What are Learning Disabilities?
Learning disabilities (LDs) are a number of neurological disorders that affect information acquisition, organization, retention and understanding. Those who have LDs may have difficulties in one or more areas including reading, writing, speaking, memory, reasoning and mathematics. Since LDs are invisible, it can sometimes be difficult to diagnose. It is important to recognize that learning disabilities are not synonymous with low intelligence, or lack of motivation.
Challenges of Learning Disabilities
There is a common misconception that LDs only occurs in children who will “grow out of it” when they become adults. LDs can occur at any point across the lifespan and are often lifelong. Those who are undiagnosed as children will go on to develop skills differently in adulthood. Many adults attempt to hide their LD by “faking it”, but this can create feelings of inauthenticity, inadequacy and perpetuate fears of failure. Some adults are unaware that they even have an LD and can be confused as to why they struggle with things uncommon amongst their peers. Learning disabilities can impact many aspects of adult life, including academics, stress, social relationships, emotional well-being. However, this article will be focused on its implications in the workplace.
Learning Disabilities at Work
When it comes to employment, a person with an LD can have a difficult time finding a job and keeping it. Impaired social skills can make networking difficult. Even filling out an application could be a challenge for someone who struggles with reading and writing. Poor organization and time-management skills can impair job performance. For those who are undiagnosed or untreated, it can lead to roadblocks for career advancement. Learning disabilities are very individualized, thus the consequences and challenges are unique. Factors to consider include the individual, their job role, and job responsibilities.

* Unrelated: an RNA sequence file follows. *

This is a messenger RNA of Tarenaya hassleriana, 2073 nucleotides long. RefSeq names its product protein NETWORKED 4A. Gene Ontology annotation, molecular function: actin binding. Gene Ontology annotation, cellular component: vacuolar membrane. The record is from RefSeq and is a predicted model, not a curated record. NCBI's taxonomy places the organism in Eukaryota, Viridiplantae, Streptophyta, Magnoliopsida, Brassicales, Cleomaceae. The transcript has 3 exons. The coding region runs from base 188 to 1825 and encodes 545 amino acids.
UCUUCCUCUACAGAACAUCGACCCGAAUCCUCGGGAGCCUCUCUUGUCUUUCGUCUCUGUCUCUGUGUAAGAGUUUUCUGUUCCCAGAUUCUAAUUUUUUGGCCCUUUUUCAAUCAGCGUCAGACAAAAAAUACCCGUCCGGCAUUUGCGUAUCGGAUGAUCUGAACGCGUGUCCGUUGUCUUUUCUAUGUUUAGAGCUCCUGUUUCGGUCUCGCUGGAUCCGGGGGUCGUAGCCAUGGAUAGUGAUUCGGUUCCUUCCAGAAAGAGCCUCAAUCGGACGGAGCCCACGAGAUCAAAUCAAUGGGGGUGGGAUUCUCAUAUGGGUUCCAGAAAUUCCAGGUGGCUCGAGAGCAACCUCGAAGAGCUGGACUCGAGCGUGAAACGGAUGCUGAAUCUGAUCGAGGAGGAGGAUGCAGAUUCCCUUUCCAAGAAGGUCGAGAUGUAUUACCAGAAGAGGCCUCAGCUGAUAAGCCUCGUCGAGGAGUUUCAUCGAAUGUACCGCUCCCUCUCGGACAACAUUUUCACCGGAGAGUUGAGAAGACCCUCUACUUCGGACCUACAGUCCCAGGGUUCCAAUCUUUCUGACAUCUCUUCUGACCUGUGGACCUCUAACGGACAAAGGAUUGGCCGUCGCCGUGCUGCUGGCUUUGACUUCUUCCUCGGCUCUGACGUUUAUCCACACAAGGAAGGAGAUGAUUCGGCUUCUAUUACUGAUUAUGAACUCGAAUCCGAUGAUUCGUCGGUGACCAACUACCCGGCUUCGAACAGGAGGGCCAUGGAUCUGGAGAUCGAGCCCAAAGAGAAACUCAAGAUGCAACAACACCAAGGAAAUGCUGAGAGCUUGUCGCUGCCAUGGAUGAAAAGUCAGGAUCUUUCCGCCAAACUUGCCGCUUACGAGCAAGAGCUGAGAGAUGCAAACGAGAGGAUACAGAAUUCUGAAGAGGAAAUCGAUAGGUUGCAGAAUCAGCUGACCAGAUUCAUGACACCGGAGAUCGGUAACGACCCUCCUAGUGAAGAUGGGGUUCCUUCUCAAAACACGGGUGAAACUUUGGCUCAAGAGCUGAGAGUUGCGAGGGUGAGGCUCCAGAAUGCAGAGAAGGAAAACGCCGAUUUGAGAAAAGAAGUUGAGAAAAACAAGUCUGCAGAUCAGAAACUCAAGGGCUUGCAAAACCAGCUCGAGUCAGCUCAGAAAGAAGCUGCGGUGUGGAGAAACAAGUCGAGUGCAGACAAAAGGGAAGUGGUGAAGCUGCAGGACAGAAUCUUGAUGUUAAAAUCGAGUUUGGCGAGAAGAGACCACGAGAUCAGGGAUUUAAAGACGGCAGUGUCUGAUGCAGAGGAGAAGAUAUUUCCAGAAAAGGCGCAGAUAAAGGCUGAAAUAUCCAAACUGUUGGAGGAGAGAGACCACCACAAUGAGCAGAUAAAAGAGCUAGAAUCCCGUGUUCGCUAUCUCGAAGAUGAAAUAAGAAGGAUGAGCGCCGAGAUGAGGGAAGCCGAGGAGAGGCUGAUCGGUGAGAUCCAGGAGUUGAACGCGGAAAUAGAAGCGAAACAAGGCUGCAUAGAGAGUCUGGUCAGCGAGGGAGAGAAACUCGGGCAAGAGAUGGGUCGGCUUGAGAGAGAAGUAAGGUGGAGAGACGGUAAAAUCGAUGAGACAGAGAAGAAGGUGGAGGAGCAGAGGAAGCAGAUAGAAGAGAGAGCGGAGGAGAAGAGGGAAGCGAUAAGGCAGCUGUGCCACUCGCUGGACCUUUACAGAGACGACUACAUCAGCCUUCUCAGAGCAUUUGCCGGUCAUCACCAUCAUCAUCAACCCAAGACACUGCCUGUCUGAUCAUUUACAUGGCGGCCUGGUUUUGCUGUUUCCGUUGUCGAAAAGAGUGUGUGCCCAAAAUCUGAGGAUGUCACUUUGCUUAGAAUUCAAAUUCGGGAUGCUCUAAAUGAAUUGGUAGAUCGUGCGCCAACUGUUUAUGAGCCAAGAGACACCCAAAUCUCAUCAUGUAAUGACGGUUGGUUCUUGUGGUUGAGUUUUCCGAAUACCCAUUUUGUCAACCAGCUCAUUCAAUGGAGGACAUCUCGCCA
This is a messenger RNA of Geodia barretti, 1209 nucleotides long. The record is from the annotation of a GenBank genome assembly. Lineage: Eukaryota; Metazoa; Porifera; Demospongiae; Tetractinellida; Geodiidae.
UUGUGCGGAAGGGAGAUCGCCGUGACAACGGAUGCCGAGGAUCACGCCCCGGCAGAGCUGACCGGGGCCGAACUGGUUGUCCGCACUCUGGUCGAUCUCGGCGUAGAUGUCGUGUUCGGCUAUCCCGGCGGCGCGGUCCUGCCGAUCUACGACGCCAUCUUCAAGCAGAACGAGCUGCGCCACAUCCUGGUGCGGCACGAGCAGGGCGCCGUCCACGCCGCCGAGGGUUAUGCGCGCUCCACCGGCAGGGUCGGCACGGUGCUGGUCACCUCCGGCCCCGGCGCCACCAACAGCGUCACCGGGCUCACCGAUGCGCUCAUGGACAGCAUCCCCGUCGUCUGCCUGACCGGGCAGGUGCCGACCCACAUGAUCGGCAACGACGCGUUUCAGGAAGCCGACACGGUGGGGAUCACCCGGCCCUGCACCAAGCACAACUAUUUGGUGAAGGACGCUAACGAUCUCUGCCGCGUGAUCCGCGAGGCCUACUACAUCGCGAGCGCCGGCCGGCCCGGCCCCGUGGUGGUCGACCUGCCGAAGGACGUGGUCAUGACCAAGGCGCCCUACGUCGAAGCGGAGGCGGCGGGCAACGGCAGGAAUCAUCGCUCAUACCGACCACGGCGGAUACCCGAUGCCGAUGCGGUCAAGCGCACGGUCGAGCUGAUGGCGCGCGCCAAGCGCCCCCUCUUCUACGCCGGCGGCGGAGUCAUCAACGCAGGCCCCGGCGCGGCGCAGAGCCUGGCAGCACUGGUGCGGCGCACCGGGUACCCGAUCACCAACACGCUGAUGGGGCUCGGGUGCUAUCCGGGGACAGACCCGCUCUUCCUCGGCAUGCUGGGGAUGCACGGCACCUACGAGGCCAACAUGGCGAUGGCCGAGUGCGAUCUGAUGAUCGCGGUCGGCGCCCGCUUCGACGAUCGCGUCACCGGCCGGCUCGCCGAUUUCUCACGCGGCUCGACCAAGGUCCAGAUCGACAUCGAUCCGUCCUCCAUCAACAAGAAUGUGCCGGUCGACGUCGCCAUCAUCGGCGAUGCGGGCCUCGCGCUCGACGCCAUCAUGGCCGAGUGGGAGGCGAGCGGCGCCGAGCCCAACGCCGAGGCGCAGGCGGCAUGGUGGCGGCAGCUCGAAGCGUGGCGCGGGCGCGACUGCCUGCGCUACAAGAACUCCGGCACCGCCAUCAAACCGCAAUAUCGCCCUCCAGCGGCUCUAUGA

The Importance of Disclosure
In those adults diagnosed with an LD, the biggest challenge is lack of disclosure. Most of those with LD choose to not disclose in their workplace for a number of reasons. Some feel that their LD has no effect on their work. Many feel that they will be discriminated against or face stigma from their employers and colleagues. They feel inadequate to their peers, and that their LD would jeopardize their employment. Remember, it is completely your choice whether or not to disclose your LD at work. However, it does make it easier to communicate with your employer and request workplace accommodation. Even if you make the choice not to disclose your LD, you can still benefit from working with a therapist.
Assessment, Management and Accommodation
If an LD is appropriately assessed and managed, it can set a person up for success. By focusing on strengths and finding ways to work around difficulties, individuals with LD can perform at their full potential. Those with an LD can possess unique positive strengths. Some of these include creativity, resourcefulness, adaptability, empathy and skills equal or better in non-disability areas. To address LD-related difficulties, it is important to get a professional assessment and commit to therapeutic intervention. By working with a therapist, a person can better manage their LD. They will be able to assess your needs, teach coping skills and explore possible workplace accommodation. The accommodation(s) allows those with an LD to perform their best at work.
Whenever possible, those with LD should consider working in a role that emphasizes their strengths and limits their weaknesses. With that being said, there can be aspects that are challenging. There are many accommodation options available based on your needs. An example is compensation strategies. These strategies work with your strength. For example, if you struggle with reading, you can use your listening skill instead. You may opt to listen to an audiobook or use assistive technology to read out loud for you. Assistive technologies are tools, programs or devices that can help with reading, writing, spelling, organization and/or math. Some other examples of accommodations can include changes in the working environment, flexible hours, longer timelines, eliminating non-essential tasks.
You can learn more about the different types of accommodations by referring to this article.
Learning disabilities are disorders that can affect reading, writing, speaking, memory, reasoning and mathematics
Learning disabilities is not lower intelligence or lack of motivation
Learning disabilities do not only occur in childhood. LDs can emerge and affect individuals throughout the lifespan.
Learning disabilities can create significant issues in the workplace.
Assessment, support and accommodation in the workplace are essential.
When addressed and managed those with disabilities can be successful and perform to their best ability.
Do you or someone you know, struggle with a learning disability? Have you noticed it affecting your work? Are you not sure if workplace accommodations can help? Do not hesitate to reach out. We are always here to support you.
Learning Disabilities Association of Canada (LDAC)
Learning Disability Association Alberta - Calgary Resources